Burnout may (with help) be analysed, but a burnout can unfortunately not be rationalised. If a burnout would have a mental reason – the executive or entrepreneur could argue its way out. One could simply think of ways either not to get into a Burnout situation, or when it still would occur, quickly and safely argue itself out.
Unfortunately, the truth is much more nuanced and for the many analytical and left brain oriented amongst us, burnout can unfortunately not be rationalised or understood. Fortunately, it can be analysed.
The ‘Snapping’ Cannot be Controlled
The process of an executive or entrepreneur ‘Snapping’ by an (beginning) burnout may develop over time, the ultimate timing of occurrence cannot be prevented by conscious action. The resulting 24-hour stress economy cannot be rationally explained.
Burnout often seems to occur suddenly and just at a time when the executive or entrepreneur least expects it – when one has performed well in a job for a long period of time and has been quite successful at it – when one thinks, things are going well. However, the start of an (beginning) burnout is not so much related to work volume, but has much more to do with emotional ‘nutrition’ the executive or entrepreneur believes to receive from its work. If this is not, or insufficiently in line with personal expectation (beliefs), the emotional ‘hunger’ will cause for the executive to no longer be able to deliver a desired performance level.
The Biggest Recovery Pitfall
At the level of action, the executive or entrepreneur may be able to analyse the situation in part, but when they also plan to resolve the situation at this level, they step into the biggest pitfall of Burnout recovery.
To me, one of the biggest misunderstandings in the relief efforts of (beginning) burnout is that a good plan aimed at making changes in external action will create sustainable personal change. For example, it is recommended to take compulsory breaks, to take training in time management methods, to say “no” more often and to provide even more rational solutions for this non-rational situation. Not that these kinds of things cannot be supportive to an executive or entrepreneur – one should however never expect for these to lead to sustainable recovery of (beginning) burnout.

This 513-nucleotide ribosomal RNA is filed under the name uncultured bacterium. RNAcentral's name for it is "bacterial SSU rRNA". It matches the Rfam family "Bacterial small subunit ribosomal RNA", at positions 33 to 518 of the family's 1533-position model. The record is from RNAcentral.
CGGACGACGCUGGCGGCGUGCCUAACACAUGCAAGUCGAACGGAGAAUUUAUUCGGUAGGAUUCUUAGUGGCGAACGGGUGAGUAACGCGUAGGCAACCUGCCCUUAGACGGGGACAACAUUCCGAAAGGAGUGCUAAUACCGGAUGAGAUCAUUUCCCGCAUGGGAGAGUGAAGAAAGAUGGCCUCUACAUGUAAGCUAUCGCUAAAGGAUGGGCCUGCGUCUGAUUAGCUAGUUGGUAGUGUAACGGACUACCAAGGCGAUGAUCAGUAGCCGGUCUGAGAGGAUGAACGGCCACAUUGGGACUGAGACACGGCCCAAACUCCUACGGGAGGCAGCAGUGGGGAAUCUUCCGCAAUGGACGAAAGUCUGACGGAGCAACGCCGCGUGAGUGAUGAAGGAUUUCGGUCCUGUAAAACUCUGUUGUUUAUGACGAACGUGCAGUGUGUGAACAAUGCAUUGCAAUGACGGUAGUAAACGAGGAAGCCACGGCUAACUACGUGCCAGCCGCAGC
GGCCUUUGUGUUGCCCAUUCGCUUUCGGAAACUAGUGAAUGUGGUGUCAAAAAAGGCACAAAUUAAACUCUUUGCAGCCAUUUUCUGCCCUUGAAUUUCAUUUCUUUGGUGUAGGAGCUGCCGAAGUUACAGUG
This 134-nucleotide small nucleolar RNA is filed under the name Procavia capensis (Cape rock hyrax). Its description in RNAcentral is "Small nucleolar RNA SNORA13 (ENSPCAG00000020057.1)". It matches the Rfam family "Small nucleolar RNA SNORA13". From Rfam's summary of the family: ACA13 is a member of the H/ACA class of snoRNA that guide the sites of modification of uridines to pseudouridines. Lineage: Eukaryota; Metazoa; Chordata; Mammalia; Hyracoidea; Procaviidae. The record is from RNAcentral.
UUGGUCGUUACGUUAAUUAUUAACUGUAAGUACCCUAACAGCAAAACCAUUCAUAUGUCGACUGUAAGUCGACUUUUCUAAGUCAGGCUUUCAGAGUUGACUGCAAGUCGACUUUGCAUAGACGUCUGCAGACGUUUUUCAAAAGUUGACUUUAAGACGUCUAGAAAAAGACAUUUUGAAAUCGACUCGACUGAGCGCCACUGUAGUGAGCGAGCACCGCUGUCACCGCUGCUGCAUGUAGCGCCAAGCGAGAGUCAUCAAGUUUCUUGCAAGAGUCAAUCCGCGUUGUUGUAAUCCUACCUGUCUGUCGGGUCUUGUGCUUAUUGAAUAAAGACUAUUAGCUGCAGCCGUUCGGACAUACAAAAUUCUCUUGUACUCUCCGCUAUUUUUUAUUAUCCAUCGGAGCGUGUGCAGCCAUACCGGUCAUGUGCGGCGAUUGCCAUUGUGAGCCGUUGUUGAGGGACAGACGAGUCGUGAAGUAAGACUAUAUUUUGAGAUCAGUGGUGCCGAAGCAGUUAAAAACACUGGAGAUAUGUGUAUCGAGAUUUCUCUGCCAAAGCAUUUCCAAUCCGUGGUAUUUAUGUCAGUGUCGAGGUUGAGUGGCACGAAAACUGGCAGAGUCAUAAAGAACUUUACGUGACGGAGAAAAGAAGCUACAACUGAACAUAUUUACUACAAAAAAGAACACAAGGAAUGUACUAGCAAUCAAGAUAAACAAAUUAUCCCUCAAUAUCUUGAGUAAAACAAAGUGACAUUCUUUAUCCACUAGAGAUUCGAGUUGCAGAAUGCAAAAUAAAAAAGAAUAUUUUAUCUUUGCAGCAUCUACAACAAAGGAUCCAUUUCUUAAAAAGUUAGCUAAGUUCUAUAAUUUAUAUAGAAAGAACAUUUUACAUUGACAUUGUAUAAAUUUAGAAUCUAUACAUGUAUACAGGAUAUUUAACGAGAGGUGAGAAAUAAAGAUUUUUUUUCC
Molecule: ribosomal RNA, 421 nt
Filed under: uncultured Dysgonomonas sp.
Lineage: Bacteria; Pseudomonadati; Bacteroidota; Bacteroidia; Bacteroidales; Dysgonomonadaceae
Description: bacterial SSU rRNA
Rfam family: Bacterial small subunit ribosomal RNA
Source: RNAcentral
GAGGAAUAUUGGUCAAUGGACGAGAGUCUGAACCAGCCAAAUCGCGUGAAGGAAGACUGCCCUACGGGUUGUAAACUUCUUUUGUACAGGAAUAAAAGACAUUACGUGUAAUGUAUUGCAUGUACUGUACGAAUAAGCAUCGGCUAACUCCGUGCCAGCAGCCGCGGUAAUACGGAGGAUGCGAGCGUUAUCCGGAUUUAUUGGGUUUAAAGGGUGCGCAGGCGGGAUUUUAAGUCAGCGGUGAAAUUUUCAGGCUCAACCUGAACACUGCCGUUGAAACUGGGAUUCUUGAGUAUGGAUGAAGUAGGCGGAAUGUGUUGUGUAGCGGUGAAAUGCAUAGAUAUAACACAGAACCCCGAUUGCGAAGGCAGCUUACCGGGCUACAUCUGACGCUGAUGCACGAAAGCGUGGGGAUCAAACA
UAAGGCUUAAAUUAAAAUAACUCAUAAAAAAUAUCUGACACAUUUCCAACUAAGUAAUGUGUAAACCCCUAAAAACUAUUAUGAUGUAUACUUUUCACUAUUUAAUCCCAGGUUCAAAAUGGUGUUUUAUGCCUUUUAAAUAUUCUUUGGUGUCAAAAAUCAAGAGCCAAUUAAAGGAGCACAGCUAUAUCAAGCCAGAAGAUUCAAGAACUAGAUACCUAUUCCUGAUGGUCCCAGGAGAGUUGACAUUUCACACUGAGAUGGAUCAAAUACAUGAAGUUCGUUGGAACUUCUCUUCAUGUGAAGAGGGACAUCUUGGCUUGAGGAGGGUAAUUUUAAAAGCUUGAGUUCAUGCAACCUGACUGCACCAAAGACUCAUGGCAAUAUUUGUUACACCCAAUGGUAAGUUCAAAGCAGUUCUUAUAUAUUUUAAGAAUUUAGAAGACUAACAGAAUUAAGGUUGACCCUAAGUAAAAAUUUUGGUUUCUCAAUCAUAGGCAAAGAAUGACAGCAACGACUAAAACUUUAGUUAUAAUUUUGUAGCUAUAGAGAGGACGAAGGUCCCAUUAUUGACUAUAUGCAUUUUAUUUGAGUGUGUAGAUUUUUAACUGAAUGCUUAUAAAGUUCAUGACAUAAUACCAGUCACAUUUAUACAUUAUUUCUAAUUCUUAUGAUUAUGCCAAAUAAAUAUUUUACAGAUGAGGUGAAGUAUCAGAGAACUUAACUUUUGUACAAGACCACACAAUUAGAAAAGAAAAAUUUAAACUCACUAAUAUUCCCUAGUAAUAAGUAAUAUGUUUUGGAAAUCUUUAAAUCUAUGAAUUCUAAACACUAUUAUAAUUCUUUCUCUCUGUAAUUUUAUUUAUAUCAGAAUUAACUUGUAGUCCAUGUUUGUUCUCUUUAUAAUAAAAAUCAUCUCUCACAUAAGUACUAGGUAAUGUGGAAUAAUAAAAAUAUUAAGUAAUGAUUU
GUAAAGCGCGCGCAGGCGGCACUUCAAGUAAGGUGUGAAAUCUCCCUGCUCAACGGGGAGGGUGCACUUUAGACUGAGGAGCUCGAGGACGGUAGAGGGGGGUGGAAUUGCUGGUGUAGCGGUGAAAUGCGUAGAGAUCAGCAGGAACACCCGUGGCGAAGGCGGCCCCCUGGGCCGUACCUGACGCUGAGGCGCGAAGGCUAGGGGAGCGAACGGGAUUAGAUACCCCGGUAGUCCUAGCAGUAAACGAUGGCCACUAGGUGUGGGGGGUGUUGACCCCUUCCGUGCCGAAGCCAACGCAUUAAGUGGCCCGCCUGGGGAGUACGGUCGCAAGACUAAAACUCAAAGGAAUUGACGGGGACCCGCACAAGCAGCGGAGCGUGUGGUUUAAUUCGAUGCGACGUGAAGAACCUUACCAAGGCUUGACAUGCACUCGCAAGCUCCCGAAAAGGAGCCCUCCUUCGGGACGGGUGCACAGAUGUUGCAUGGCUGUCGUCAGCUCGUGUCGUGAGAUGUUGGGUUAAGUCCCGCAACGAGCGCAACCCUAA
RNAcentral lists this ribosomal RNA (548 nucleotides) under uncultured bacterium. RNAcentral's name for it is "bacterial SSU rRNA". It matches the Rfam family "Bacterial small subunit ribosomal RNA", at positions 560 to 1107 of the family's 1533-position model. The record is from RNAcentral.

For information, the current Burnout recurrence rate stands at around seventy (70) percent according to a variety of data sources!
Burnout is not what many people may think – a situation caused by too much work, which can be resolved and then be further prevented by action-oriented training and learning.
Preventing a (beginning) burnout to occur is definitely far better than healing from one. Also, it may be quite interesting to mention that prevention and recovery of a (beginning) Burnout is based on the same principles.
I learned that some people in organisations believe, one may better be facing a serious illness than getting an (beginning) burnout. When faced with the first category, in most organisations there is a clear recovery and support path – for the person with (beginning) burnout, this is unfortunately not the case. When personal workload capacity is being questioned and at stake for an individual, finding sustainable solutions quickly turns out to be very complicated. This holds even more truth when it concerns an executive or entrepreneur.